16 June 2014

Tonight's Carbon Canyon History Presentation

Just returned from the new Chino Hills Community Center (still has that new community center smell) after a highly-enjoyable presentation on the history of Carbon Canyon before an audience that might have been close to 150 persons.  That's a pretty amazing number for a local history talk and testament to the excellent publicity given to the event by the members of the Chino Hills Historical Society.

Some of the audience at tonight's Carbon Canyon history presentation at the new Chino Hills Community Center who were either hungry for history or desperate for anything to do on a Monday night.
Clocking in, timed on a sometimes-intelligent phone, at a brisk 30:52.88, the PowerPoint illustrated talk covered the geological origins of the canyon; the native peoples; the Spanish and Mexican periods, including the creation of Rancho Santa Ana del Chino (the borders of which extended nearly to Sleepy Hollow); the subdivision of the Sleepy Hollow and Mountain View tracts in the 1920s; the thirty-year history of the Jewish camp Camp Kinder Ring and its successor, including the short-lived and bizarre Ski Villa and to modern days with its further subdivisions, the creation of Western Hills Country Club, and the issue of upcoming housing projects and so on.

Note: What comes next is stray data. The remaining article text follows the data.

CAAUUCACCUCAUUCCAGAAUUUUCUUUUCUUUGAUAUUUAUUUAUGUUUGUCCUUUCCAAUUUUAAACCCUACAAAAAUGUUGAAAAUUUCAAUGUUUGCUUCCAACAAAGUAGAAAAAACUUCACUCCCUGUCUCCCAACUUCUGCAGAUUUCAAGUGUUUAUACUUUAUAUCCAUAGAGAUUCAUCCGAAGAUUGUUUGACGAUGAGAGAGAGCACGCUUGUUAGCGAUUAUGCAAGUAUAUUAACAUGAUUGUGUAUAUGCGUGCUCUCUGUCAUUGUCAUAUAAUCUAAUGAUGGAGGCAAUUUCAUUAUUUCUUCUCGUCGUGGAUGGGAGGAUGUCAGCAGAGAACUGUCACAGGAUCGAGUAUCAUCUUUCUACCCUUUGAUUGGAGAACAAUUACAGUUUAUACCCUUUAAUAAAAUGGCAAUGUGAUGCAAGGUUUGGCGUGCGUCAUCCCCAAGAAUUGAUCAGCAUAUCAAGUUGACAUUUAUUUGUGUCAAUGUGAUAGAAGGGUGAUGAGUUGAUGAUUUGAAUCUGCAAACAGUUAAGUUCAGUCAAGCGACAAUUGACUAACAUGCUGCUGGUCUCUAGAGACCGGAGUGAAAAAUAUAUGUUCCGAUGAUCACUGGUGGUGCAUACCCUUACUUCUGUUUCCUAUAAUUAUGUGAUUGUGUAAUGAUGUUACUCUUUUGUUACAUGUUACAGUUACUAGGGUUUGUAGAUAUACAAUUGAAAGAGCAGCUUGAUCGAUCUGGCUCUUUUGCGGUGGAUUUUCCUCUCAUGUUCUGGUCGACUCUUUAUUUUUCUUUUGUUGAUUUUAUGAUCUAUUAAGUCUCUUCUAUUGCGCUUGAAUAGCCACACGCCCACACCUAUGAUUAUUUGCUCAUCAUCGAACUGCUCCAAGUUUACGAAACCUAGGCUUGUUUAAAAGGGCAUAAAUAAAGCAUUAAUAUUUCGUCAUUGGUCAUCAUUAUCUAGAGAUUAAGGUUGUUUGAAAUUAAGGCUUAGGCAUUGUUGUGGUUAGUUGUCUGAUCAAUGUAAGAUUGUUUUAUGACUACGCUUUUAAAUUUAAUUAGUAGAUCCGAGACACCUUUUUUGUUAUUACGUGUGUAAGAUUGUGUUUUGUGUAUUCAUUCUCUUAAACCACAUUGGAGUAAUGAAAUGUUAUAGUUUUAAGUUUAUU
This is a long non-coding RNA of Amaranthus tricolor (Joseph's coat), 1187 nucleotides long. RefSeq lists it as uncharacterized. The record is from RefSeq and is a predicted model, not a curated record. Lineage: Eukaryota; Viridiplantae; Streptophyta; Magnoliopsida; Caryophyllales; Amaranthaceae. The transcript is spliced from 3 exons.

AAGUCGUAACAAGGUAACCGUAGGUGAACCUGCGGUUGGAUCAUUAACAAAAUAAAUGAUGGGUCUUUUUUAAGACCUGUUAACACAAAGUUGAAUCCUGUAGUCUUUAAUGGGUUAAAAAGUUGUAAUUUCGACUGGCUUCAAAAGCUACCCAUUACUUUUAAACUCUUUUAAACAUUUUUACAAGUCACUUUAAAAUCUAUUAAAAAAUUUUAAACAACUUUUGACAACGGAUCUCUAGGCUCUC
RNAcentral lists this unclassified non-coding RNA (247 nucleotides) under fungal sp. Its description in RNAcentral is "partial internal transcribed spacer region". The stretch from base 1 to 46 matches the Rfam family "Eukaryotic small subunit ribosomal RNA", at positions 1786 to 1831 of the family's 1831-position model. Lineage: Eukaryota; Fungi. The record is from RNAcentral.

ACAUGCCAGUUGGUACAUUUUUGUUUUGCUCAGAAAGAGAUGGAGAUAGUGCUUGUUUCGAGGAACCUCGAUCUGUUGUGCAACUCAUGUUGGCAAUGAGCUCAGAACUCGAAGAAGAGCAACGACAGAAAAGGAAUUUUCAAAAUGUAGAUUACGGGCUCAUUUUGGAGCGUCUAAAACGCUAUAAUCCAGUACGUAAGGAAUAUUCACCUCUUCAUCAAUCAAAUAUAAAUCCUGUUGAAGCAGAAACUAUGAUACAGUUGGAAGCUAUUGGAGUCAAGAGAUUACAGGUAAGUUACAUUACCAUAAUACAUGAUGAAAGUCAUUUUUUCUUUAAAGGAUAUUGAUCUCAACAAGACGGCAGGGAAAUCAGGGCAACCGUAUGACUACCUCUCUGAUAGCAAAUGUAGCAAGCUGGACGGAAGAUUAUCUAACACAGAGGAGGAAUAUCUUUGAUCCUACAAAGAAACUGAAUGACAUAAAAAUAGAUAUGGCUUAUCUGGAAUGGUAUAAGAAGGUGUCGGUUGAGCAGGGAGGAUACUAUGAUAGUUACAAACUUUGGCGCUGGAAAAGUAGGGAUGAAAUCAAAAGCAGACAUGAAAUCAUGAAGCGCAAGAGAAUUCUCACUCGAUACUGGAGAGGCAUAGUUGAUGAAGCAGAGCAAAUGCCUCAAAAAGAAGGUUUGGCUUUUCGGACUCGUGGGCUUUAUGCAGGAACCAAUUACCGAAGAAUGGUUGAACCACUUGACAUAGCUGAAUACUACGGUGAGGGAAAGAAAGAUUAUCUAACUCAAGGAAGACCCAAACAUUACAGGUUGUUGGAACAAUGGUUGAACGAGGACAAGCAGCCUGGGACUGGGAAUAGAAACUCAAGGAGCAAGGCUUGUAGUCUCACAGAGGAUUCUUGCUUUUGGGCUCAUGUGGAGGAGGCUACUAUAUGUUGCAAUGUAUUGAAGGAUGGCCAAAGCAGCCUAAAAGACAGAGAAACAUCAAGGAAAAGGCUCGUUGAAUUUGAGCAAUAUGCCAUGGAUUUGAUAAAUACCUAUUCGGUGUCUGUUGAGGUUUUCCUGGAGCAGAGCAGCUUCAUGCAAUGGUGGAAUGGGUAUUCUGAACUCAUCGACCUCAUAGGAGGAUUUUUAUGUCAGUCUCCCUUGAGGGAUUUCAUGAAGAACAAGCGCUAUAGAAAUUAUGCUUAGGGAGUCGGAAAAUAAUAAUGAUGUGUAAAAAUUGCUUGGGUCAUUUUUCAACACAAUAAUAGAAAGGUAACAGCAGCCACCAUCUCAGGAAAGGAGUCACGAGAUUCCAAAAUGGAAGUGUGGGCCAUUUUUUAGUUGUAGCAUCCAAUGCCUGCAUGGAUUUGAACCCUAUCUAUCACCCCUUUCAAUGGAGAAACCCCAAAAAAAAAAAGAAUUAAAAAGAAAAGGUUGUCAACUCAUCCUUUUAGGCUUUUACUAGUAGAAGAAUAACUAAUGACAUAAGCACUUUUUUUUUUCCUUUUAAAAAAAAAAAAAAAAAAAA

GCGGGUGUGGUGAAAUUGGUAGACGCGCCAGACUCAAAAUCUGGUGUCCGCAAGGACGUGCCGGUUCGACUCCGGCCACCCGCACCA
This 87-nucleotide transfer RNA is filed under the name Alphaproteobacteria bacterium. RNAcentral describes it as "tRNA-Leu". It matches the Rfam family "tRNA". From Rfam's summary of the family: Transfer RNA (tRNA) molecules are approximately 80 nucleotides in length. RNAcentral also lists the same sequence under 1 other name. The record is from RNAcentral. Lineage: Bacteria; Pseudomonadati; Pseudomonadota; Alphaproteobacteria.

The central quadrant of the surprisingly-substantial crowd enjoying themselves before the event had really gotten rolling.
The question-and-answer session was fantastic, as many in the audience, including past and current residents of the canyon, shared remembrances and stories--maybe the historical society can find ways to get information from some of those folks to document the city's history.

A few artifacts (mainly photos and maps, as well as some copies from early news articles) were on display and it was great to talk further with people about their connection to this canyon and all of its unique features, attributes, and history.

Those on the east end were a little further removed but seemed no less enthusiastic.
The photos show much of the audience and, hopefully, future historical society talks will draw similar or higher numbers.  The next presentation is September 15 and features publisher emeritus Allen McCombs of the Champion.  Mr. McCombs has amassed a great knowledge of the local area, much of it appearing in his weekly column, "Rolltop Roundup" and he will cover the history of the Chino Valley. 

As for tonight, it was a great evening and its heartening to see such interest in our local canyon and city history.


Anonymous said...

Thanks for the informative and entertaining presentation tonight. It was wonderful to see such a great turnout. I hope you will consider doing additional presentations.

prs said...

Hi Heidi, thanks for the nice comment. It was great and further presentations would be awesome.